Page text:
Czech Genealogy: Preparing for our next exclusive translation from 1878 for your Czech genealogy all across America!
We at Onward To Our Past® are excited to be working on our new, exclusive Czech genealogy translation for our fans. You can believe us when we say this one is a truly amazing piece! As we like to say here in the office it is a real Cracker Jack!
It will take you to early American Czech families from coast-to-coast and from the Gulf of Mexico to our border with Canada. It will feature more Czech information than any other translation we have completed with the exception of the 192-page book written in 1895 by Hugo Chotek.
But first let us set the stage for a moment…
The year was 1878. This edition of Amerikán Národní Kalendář was just Volume II and we are guessing the publisher, August Geringer of Chicago, Illinois, was wondering if his annual Czech-American journal was going to have any staying power. We believe it is safe to say between the combined facts of (A) Amerikán Národní Kalendář was published for 79 consecutive years and (B) we are here, some 137 years later using it as a key resource for Czech genealogy and history research he needn’t have worried.
So, what was happening back in 1878? Here are just a few of the highlights.
- The first telephone exchange was established in New Haven, Connecticut, the first full-time telephone operator, George W. Coy was hired, and the first telephone directory with a whopping 50 names in it was published.
- Greece declared war on Turkey.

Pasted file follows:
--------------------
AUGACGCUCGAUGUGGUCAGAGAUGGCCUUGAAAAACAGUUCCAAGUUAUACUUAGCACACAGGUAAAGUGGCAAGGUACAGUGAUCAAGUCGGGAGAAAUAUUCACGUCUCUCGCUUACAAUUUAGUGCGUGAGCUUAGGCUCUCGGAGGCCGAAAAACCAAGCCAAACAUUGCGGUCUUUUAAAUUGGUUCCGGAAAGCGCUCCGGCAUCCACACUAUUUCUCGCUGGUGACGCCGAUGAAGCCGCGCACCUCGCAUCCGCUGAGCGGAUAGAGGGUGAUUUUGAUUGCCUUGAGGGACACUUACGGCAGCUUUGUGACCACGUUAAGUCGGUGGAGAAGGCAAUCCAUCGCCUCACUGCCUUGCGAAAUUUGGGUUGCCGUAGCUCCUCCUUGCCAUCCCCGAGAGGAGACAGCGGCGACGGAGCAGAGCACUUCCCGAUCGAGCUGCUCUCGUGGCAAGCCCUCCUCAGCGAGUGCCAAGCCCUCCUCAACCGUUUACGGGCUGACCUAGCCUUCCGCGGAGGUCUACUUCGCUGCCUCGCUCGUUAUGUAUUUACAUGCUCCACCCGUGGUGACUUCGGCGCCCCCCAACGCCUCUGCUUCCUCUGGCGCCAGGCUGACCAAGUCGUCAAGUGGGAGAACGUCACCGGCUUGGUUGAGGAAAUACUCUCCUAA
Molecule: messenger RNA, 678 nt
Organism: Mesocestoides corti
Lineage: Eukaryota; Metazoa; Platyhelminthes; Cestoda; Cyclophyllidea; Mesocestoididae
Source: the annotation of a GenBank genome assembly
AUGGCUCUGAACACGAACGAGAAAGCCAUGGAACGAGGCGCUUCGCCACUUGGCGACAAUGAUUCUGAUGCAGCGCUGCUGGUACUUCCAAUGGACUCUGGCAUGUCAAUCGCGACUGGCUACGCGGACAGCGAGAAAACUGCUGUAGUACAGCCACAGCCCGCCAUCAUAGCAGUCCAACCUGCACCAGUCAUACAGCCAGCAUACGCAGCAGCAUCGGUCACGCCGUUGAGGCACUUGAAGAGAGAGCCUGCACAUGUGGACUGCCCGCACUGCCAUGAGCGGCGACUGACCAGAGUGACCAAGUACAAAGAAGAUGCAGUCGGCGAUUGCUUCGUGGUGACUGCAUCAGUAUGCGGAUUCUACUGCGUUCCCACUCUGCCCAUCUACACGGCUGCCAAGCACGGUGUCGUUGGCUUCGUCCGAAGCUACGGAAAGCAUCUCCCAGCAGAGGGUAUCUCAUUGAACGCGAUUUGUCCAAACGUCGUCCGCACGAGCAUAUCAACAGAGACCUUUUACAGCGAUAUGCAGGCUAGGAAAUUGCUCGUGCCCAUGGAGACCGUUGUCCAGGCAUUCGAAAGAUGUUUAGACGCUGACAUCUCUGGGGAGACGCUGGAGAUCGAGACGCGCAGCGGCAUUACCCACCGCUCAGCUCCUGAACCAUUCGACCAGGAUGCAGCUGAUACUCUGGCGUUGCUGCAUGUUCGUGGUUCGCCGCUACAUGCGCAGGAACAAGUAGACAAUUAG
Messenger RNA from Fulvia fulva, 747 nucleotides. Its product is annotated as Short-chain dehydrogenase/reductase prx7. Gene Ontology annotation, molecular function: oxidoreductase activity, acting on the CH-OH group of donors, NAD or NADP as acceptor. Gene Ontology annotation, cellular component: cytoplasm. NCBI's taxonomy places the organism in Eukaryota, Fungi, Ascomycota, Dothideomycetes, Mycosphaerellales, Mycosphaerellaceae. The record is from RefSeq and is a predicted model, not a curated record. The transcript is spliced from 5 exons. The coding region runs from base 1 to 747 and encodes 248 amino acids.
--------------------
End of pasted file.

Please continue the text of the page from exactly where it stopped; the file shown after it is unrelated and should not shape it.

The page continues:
- A fellow by the name of Henry Tibbe was granted a patent for an improved corncob pipe.
- The first weekly weather report was published in the United Kingdom.
- Tchaikovsky’s 4th Symphony in F premiered.
- Fred Thayer patented the catcher’s mask (patent 200,358).
- Thomas Edison patented the gramophone.
- The Lincoln County War in Lincoln County, New Mexico was fought.
- Harley Proctor introduced Ivory Soap.
- First Lady, Lucy Hayes held the first ever Easter egg rolling contest on the White House lawn and the first telephone was installed in the White House.
- The first ever fire pole was installed (in a firehouse in New York City).
- The good ship Azor sailed from Charleston harbor with 206 freed slaves bound for Liberia.
- The first unassisted triple play occurred in baseball (it was turned by Paul Hines)
- “HMS Pinafore” by Gilbert and Sullivan premiered in London.
- The Treaty of Berlin carved up Africa for future colonization.
- The outlaw known as ‘Black Bart’ made his last clean getaway.
- The American Bar Association was organized.
- Cleopatra’s Needle is installed in London.
- Vaseline received its patent (127,568)
- Joseph Pulitzer began publishing the St. Louis Dispatch.
- John Kehoe, the last of the “Molly Maguires” was executed in Pennsylvania.
- The first store in the U.S. to install electric lights flipped their switch on in Philadelphia.
And certainly our list would not be complete without mentioning Edward Pooley completed a record 8 stumpings in a cricket match!
You can see there was a lot going on in 1878 and of course one of those was the publishing of the second volume of Amerikán Národní Kalendář.
The writers and researchers of Amerikán Národní Kalendář must have been busy pre-publication given the breadth and depth of the article we have chosen for our newest translation.
Our translated article, which we will begin tomorrow, is titled “STRUČNÁ STATISTIKA. Osad, míst a okresů ve Spojených Státech Čechy obydlených (Jak daleko nám bylo možno letos dopátrati se dál. Budoucího roku budeme pokračovat)”, which is translated in English as “BRIEF STATISTICS. Of settlements, towns and counties in the United States inhabited by Czechs (as far as we were able to find this year. Next year we will continue.)” This article is going to be a wonderful resource as it gives us an intimate look at the status of the Czech immigrant population across America in 1878 – as they say ‘as far as we were able to find’.
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Now join us as we go Onward To Our Past® into 1878!